Located on the Balkan peninsula amid rugged mountains, wild beaches and fortress towns, it's easy to see why Albania is fast becoming every tourist's hidden gem. Yet, the country's long history of isolation and tight state control has often prevented its people from capitalising on their strongest assets.
As the country opens up - seeing migrant numbers leap and younger generations move abroad or to overcrowded cities - an ailing economy and organised crime continue to write the history books. 80,000 people in Albania - nearly one quarter of the population - lives in extreme poverty, surviving off of less than two US dollars per day.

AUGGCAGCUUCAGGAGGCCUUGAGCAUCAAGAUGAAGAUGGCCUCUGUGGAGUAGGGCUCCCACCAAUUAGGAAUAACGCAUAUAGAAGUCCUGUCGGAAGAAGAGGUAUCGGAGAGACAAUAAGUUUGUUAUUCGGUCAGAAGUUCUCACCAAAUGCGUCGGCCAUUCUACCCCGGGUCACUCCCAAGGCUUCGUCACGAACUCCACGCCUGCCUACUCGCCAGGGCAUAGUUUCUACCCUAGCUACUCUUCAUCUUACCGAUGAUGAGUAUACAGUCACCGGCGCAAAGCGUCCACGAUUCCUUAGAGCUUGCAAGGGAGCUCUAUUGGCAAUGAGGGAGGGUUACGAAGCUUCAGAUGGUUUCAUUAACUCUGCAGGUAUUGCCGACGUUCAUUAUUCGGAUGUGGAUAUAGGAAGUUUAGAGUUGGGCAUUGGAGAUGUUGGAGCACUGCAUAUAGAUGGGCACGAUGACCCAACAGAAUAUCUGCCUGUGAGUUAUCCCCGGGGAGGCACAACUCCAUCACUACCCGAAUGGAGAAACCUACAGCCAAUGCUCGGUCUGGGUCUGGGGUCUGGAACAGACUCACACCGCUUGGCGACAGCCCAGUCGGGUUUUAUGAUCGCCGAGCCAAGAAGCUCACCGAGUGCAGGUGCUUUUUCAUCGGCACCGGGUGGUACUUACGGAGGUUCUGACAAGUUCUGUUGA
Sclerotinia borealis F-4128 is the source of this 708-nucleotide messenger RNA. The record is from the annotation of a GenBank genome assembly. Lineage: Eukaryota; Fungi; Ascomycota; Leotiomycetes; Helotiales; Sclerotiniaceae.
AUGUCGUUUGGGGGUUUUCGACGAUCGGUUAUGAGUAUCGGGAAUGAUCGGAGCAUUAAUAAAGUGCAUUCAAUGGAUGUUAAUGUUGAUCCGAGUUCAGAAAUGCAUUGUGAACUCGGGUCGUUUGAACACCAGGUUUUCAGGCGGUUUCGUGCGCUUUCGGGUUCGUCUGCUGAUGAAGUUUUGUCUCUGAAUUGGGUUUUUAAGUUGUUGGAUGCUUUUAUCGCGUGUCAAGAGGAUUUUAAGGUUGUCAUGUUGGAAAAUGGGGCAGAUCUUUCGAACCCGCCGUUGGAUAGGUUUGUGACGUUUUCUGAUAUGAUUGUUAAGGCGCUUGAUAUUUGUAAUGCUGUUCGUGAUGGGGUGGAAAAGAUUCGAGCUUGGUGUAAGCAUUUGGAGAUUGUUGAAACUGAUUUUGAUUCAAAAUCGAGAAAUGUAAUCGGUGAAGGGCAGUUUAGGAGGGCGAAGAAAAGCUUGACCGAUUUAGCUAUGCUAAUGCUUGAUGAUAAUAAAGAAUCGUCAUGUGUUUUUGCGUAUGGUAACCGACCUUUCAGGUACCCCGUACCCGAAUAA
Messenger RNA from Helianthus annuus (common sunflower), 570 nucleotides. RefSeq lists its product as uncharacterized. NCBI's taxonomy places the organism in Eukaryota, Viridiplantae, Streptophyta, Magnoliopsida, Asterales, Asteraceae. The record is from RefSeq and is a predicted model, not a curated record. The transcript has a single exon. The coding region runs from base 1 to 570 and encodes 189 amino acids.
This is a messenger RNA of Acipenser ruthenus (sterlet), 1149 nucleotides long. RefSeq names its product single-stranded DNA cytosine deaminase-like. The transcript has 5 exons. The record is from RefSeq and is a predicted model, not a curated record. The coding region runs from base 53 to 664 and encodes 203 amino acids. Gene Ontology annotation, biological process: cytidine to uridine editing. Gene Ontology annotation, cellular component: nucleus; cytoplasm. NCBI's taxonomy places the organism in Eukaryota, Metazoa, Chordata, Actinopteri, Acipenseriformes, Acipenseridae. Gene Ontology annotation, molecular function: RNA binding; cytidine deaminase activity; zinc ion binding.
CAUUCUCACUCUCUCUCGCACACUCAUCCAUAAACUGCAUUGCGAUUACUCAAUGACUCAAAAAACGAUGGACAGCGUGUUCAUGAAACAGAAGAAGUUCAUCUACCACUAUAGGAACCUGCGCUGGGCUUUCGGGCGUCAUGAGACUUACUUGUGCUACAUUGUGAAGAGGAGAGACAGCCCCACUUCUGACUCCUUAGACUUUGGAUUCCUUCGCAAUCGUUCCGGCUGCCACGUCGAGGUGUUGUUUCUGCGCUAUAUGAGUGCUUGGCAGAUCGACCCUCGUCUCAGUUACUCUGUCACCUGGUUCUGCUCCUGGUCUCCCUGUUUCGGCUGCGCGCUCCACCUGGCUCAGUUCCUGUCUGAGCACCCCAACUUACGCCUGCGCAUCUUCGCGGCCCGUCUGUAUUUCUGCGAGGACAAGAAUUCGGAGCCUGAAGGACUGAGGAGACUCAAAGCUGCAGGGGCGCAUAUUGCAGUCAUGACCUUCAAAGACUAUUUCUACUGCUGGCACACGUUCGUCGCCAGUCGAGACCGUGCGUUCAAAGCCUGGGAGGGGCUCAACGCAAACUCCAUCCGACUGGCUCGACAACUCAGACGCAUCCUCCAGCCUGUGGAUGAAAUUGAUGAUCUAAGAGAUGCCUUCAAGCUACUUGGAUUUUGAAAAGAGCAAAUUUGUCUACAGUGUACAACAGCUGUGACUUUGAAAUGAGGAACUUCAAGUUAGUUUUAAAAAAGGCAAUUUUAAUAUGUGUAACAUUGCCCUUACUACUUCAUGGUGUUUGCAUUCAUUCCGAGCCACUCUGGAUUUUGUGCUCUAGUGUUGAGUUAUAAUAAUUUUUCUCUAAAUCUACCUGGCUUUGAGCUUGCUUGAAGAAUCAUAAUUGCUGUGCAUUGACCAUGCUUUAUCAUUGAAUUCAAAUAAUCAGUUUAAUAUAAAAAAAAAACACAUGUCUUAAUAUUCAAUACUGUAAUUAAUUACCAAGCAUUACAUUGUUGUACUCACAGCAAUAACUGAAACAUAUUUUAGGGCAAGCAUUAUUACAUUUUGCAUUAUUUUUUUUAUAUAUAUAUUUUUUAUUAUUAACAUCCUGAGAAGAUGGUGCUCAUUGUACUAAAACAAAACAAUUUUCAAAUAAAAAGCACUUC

The backwards effect of the massive depopulation of remote rural communities is inescapable. An ageing population, cut off from the outside world, face a number of acute threats including environmental risks such as deforestation and natural disaster as well as a grossly under-utilised agro-tourism industry.